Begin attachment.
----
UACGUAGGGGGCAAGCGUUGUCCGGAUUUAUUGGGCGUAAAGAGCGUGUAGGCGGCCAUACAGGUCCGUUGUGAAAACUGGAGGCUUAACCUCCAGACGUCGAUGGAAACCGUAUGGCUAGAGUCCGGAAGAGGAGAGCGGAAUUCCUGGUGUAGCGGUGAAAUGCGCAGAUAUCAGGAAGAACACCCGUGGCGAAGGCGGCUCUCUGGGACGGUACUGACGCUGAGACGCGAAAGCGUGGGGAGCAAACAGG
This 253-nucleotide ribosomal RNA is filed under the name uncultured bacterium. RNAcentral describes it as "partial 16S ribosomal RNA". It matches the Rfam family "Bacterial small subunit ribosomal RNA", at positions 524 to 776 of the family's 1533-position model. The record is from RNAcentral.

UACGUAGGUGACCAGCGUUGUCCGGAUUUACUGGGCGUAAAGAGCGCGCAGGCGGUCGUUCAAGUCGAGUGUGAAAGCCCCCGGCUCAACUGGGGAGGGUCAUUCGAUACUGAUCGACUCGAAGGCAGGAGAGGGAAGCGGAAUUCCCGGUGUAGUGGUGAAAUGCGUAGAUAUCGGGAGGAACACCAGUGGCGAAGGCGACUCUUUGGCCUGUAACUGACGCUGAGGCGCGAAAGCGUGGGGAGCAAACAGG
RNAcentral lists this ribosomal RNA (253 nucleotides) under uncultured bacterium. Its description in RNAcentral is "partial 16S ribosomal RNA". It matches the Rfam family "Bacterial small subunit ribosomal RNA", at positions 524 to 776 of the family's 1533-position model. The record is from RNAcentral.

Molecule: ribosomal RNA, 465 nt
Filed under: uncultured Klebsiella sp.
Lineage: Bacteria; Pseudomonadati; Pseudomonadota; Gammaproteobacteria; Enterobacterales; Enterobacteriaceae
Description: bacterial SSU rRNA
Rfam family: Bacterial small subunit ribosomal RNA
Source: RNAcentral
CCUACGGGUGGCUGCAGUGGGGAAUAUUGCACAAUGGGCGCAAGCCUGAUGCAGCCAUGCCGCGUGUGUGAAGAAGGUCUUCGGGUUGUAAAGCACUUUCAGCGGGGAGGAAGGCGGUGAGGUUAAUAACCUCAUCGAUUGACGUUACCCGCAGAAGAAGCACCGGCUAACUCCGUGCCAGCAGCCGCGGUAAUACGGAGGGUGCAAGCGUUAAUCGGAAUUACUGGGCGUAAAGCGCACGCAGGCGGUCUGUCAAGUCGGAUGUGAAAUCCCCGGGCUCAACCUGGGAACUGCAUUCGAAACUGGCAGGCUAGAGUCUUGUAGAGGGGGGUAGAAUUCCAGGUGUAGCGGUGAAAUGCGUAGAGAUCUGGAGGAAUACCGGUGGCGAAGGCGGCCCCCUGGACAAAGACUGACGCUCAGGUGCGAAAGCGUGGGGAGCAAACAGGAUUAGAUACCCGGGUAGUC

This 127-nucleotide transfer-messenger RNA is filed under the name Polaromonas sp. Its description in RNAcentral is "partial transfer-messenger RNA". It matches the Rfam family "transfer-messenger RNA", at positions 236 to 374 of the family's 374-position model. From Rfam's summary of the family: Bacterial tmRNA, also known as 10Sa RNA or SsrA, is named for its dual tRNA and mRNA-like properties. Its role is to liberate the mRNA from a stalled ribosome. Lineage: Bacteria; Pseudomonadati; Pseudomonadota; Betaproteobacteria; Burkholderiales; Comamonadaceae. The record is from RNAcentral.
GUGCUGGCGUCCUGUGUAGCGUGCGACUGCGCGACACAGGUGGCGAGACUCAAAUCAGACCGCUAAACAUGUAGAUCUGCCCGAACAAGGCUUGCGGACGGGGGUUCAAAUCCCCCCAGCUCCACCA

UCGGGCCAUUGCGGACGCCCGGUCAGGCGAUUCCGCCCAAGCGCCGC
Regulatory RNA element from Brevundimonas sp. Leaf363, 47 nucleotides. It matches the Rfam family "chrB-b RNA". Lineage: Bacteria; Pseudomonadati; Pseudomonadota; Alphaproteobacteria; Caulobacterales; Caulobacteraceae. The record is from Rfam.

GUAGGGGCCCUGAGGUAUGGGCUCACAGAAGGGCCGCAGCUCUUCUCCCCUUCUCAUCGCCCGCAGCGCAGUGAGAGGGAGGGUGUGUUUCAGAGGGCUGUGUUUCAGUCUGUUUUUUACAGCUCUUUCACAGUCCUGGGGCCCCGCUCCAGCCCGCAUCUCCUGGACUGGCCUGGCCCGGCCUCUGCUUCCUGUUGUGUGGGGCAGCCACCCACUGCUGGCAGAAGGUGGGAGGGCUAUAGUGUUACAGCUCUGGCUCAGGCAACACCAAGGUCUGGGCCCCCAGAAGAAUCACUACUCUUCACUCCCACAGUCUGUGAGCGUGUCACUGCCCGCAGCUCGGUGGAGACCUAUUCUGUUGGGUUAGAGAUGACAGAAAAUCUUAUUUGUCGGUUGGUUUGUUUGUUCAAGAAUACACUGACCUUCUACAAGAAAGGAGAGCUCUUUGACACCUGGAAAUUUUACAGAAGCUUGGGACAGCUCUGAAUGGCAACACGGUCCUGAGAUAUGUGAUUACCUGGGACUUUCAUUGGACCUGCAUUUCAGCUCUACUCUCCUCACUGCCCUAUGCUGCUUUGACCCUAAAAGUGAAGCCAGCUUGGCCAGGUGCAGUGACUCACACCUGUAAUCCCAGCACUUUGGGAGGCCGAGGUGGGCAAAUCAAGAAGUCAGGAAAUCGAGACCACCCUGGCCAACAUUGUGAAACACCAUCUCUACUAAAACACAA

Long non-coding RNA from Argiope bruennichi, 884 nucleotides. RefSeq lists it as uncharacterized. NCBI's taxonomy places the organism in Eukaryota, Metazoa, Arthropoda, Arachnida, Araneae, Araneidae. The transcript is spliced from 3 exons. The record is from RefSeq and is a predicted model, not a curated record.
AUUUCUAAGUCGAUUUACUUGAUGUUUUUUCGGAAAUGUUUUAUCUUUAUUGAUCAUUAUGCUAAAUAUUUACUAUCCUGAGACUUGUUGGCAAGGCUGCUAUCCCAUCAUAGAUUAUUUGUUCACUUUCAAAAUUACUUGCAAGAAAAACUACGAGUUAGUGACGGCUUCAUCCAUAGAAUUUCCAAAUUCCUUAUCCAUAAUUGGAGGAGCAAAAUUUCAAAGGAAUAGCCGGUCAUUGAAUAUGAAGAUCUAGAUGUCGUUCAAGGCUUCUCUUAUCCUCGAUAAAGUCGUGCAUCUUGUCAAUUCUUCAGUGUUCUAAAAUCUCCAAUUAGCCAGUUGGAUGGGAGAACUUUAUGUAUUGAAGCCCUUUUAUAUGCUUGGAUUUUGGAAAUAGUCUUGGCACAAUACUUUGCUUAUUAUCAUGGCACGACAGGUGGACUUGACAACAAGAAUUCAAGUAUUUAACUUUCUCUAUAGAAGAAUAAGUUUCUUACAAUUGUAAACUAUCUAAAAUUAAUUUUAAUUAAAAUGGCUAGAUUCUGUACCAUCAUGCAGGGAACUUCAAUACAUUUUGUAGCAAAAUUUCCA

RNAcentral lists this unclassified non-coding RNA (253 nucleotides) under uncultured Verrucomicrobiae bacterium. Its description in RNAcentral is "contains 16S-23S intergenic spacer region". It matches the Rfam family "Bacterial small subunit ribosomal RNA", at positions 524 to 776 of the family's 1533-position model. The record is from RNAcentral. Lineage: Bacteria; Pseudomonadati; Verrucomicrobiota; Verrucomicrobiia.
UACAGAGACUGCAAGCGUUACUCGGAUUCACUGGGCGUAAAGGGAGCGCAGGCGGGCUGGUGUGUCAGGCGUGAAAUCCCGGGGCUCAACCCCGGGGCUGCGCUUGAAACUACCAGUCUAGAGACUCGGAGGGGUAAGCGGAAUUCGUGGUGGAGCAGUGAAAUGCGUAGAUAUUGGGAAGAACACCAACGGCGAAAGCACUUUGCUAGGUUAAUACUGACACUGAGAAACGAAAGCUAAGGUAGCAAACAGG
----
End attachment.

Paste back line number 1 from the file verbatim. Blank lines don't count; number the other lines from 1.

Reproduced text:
UACGUAGGGGGCAAGCGUUGUCCGGAUUUAUUGGGCGUAAAGAGCGUGUAGGCGGCCAUACAGGUCCGUUGUGAAAACUGGAGGCUUAACCUCCAGACGUCGAUGGAAACCGUAUGGCUAGAGUCCGGAAGAGGAGAGCGGAAUUCCUGGUGUAGCGGUGAAAUGCGCAGAUAUCAGGAAGAACACCCGUGGCGAAGGCGGCUCUCUGGGACGGUACUGACGCUGAGACGCGAAAGCGUGGGGAGCAAACAGG